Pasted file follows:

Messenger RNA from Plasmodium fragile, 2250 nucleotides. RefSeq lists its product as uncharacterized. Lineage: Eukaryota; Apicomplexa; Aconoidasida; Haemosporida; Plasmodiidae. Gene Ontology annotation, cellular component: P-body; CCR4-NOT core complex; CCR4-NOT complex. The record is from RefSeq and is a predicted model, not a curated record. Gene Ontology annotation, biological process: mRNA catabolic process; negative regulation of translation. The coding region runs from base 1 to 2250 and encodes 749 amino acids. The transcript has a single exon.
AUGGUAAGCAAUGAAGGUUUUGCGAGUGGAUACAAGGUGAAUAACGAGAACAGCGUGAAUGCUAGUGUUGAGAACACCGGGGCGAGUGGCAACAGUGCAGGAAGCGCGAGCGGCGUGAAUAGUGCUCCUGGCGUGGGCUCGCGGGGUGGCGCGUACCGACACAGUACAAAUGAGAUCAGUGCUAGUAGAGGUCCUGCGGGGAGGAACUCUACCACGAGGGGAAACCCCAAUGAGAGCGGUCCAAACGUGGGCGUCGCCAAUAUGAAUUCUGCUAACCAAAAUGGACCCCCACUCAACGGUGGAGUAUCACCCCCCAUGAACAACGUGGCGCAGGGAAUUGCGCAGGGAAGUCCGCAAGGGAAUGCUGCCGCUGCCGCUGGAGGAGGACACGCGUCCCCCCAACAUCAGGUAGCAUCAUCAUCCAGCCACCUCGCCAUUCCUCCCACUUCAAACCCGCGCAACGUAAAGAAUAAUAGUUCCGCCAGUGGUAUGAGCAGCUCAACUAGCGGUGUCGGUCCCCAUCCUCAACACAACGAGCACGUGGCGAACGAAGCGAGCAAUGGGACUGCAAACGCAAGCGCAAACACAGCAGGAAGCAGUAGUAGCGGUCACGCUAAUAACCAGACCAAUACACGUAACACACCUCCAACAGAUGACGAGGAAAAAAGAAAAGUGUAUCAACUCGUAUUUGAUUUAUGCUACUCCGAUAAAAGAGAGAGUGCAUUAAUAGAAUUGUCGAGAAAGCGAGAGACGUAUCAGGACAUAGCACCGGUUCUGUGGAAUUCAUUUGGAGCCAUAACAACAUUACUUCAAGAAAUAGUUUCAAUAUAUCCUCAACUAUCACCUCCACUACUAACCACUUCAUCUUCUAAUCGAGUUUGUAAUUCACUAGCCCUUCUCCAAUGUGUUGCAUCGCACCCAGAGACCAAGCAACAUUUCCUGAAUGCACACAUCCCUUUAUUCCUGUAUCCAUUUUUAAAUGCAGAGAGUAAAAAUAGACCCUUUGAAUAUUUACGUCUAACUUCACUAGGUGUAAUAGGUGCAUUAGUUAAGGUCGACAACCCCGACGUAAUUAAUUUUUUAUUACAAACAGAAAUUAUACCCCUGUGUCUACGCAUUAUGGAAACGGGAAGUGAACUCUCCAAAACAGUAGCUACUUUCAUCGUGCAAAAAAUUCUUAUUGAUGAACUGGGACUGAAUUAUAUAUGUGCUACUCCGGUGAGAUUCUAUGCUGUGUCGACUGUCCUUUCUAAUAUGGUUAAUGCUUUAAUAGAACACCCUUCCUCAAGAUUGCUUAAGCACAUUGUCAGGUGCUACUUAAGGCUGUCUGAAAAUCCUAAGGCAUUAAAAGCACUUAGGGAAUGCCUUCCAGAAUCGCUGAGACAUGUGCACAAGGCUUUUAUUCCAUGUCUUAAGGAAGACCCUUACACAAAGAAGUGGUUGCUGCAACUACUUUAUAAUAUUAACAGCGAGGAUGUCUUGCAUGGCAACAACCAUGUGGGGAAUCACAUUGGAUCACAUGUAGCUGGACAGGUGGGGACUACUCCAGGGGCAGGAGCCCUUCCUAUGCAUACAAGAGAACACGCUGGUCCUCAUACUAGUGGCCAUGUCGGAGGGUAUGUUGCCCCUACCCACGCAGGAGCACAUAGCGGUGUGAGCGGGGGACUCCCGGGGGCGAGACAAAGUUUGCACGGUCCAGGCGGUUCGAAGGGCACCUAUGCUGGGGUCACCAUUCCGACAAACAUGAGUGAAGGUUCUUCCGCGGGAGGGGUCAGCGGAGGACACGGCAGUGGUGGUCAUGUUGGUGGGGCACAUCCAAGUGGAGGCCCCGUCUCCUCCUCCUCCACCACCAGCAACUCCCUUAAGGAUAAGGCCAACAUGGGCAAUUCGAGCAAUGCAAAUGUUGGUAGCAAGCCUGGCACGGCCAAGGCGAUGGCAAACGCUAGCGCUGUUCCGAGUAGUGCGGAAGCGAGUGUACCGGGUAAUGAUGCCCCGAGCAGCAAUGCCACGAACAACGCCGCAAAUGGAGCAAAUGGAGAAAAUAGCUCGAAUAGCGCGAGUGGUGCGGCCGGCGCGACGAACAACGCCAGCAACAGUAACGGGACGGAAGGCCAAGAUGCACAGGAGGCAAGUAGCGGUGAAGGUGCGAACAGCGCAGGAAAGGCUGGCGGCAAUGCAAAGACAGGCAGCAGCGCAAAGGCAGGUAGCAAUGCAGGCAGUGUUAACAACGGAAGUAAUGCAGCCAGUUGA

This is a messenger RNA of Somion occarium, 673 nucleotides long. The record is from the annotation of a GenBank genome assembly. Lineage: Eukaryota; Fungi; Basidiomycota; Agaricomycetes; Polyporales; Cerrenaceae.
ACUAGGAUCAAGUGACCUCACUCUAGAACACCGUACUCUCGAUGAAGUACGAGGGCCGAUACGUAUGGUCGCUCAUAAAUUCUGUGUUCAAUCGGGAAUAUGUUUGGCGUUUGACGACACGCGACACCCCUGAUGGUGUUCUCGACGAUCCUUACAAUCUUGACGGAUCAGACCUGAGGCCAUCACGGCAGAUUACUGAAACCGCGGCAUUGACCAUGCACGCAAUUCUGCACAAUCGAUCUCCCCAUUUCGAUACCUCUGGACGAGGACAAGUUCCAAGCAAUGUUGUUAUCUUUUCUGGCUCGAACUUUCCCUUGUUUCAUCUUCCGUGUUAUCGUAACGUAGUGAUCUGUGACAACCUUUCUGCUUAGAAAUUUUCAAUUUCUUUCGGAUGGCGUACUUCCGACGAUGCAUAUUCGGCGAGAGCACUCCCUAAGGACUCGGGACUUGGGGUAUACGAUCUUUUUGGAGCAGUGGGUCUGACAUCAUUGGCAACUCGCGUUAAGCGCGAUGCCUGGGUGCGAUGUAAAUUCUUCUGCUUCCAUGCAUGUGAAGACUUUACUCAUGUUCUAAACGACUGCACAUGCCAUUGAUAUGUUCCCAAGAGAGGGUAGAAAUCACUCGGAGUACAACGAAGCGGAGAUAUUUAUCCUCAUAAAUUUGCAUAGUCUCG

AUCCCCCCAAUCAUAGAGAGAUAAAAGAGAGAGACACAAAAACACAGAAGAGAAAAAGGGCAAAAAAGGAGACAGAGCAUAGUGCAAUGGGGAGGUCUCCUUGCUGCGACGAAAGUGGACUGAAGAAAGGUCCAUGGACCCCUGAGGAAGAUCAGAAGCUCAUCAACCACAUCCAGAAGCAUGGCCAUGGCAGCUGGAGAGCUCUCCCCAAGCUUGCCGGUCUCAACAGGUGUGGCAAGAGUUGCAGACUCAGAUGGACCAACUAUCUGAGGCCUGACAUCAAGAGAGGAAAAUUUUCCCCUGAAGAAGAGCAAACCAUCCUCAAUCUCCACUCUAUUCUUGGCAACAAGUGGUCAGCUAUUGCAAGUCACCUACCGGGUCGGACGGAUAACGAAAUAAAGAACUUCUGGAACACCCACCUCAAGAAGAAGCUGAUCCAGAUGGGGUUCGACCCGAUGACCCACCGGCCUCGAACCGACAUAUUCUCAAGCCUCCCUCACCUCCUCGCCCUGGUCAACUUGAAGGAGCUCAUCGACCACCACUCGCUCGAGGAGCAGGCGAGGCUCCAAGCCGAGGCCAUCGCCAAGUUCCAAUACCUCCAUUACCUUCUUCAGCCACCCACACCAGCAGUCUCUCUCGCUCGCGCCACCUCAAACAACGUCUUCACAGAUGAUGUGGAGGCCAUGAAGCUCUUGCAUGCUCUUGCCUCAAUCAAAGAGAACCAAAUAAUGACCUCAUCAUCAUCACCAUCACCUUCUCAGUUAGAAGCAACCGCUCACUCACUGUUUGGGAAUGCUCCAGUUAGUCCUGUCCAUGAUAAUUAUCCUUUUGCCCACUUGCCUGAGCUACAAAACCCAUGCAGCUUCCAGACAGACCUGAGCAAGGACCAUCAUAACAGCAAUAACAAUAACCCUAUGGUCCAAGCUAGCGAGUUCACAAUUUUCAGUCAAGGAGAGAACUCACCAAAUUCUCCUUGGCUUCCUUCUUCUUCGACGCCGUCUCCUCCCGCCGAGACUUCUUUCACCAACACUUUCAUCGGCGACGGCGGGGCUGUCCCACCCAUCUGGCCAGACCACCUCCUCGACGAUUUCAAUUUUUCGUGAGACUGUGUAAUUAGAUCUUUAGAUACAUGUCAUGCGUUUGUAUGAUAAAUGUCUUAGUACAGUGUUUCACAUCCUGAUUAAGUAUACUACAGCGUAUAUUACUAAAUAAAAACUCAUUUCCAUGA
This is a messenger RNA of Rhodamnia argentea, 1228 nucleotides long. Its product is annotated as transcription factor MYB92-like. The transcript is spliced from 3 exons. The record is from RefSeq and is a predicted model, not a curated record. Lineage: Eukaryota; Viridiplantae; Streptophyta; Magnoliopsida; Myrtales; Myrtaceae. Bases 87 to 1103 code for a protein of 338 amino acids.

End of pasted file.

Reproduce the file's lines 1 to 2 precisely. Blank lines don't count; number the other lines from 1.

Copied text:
Messenger RNA from Plasmodium fragile, 2250 nucleotides. RefSeq lists its product as uncharacterized. Lineage: Eukaryota; Apicomplexa; Aconoidasida; Haemosporida; Plasmodiidae. Gene Ontology annotation, cellular component: P-body; CCR4-NOT core complex; CCR4-NOT complex. The record is from RefSeq and is a predicted model, not a curated record. Gene Ontology annotation, biological process: mRNA catabolic process; negative regulation of translation. The coding region runs from base 1 to 2250 and encodes 749 amino acids. The transcript has a single exon.
AUGGUAAGCAAUGAAGGUUUUGCGAGUGGAUACAAGGUGAAUAACGAGAACAGCGUGAAUGCUAGUGUUGAGAACACCGGGGCGAGUGGCAACAGUGCAGGAAGCGCGAGCGGCGUGAAUAGUGCUCCUGGCGUGGGCUCGCGGGGUGGCGCGUACCGACACAGUACAAAUGAGAUCAGUGCUAGUAGAGGUCCUGCGGGGAGGAACUCUACCACGAGGGGAAACCCCAAUGAGAGCGGUCCAAACGUGGGCGUCGCCAAUAUGAAUUCUGCUAACCAAAAUGGACCCCCACUCAACGGUGGAGUAUCACCCCCCAUGAACAACGUGGCGCAGGGAAUUGCGCAGGGAAGUCCGCAAGGGAAUGCUGCCGCUGCCGCUGGAGGAGGACACGCGUCCCCCCAACAUCAGGUAGCAUCAUCAUCCAGCCACCUCGCCAUUCCUCCCACUUCAAACCCGCGCAACGUAAAGAAUAAUAGUUCCGCCAGUGGUAUGAGCAGCUCAACUAGCGGUGUCGGUCCCCAUCCUCAACACAACGAGCACGUGGCGAACGAAGCGAGCAAUGGGACUGCAAACGCAAGCGCAAACACAGCAGGAAGCAGUAGUAGCGGUCACGCUAAUAACCAGACCAAUACACGUAACACACCUCCAACAGAUGACGAGGAAAAAAGAAAAGUGUAUCAACUCGUAUUUGAUUUAUGCUACUCCGAUAAAAGAGAGAGUGCAUUAAUAGAAUUGUCGAGAAAGCGAGAGACGUAUCAGGACAUAGCACCGGUUCUGUGGAAUUCAUUUGGAGCCAUAACAACAUUACUUCAAGAAAUAGUUUCAAUAUAUCCUCAACUAUCACCUCCACUACUAACCACUUCAUCUUCUAAUCGAGUUUGUAAUUCACUAGCCCUUCUCCAAUGUGUUGCAUCGCACCCAGAGACCAAGCAACAUUUCCUGAAUGCACACAUCCCUUUAUUCCUGUAUCCAUUUUUAAAUGCAGAGAGUAAAAAUAGACCCUUUGAAUAUUUACGUCUAACUUCACUAGGUGUAAUAGGUGCAUUAGUUAAGGUCGACAACCCCGACGUAAUUAAUUUUUUAUUACAAACAGAAAUUAUACCCCUGUGUCUACGCAUUAUGGAAACGGGAAGUGAACUCUCCAAAACAGUAGCUACUUUCAUCGUGCAAAAAAUUCUUAUUGAUGAACUGGGACUGAAUUAUAUAUGUGCUACUCCGGUGAGAUUCUAUGCUGUGUCGACUGUCCUUUCUAAUAUGGUUAAUGCUUUAAUAGAACACCCUUCCUCAAGAUUGCUUAAGCACAUUGUCAGGUGCUACUUAAGGCUGUCUGAAAAUCCUAAGGCAUUAAAAGCACUUAGGGAAUGCCUUCCAGAAUCGCUGAGACAUGUGCACAAGGCUUUUAUUCCAUGUCUUAAGGAAGACCCUUACACAAAGAAGUGGUUGCUGCAACUACUUUAUAAUAUUAACAGCGAGGAUGUCUUGCAUGGCAACAACCAUGUGGGGAAUCACAUUGGAUCACAUGUAGCUGGACAGGUGGGGACUACUCCAGGGGCAGGAGCCCUUCCUAUGCAUACAAGAGAACACGCUGGUCCUCAUACUAGUGGCCAUGUCGGAGGGUAUGUUGCCCCUACCCACGCAGGAGCACAUAGCGGUGUGAGCGGGGGACUCCCGGGGGCGAGACAAAGUUUGCACGGUCCAGGCGGUUCGAAGGGCACCUAUGCUGGGGUCACCAUUCCGACAAACAUGAGUGAAGGUUCUUCCGCGGGAGGGGUCAGCGGAGGACACGGCAGUGGUGGUCAUGUUGGUGGGGCACAUCCAAGUGGAGGCCCCGUCUCCUCCUCCUCCACCACCAGCAACUCCCUUAAGGAUAAGGCCAACAUGGGCAAUUCGAGCAAUGCAAAUGUUGGUAGCAAGCCUGGCACGGCCAAGGCGAUGGCAAACGCUAGCGCUGUUCCGAGUAGUGCGGAAGCGAGUGUACCGGGUAAUGAUGCCCCGAGCAGCAAUGCCACGAACAACGCCGCAAAUGGAGCAAAUGGAGAAAAUAGCUCGAAUAGCGCGAGUGGUGCGGCCGGCGCGACGAACAACGCCAGCAACAGUAACGGGACGGAAGGCCAAGAUGCACAGGAGGCAAGUAGCGGUGAAGGUGCGAACAGCGCAGGAAAGGCUGGCGGCAAUGCAAAGACAGGCAGCAGCGCAAAGGCAGGUAGCAAUGCAGGCAGUGUUAACAACGGAAGUAAUGCAGCCAGUUGA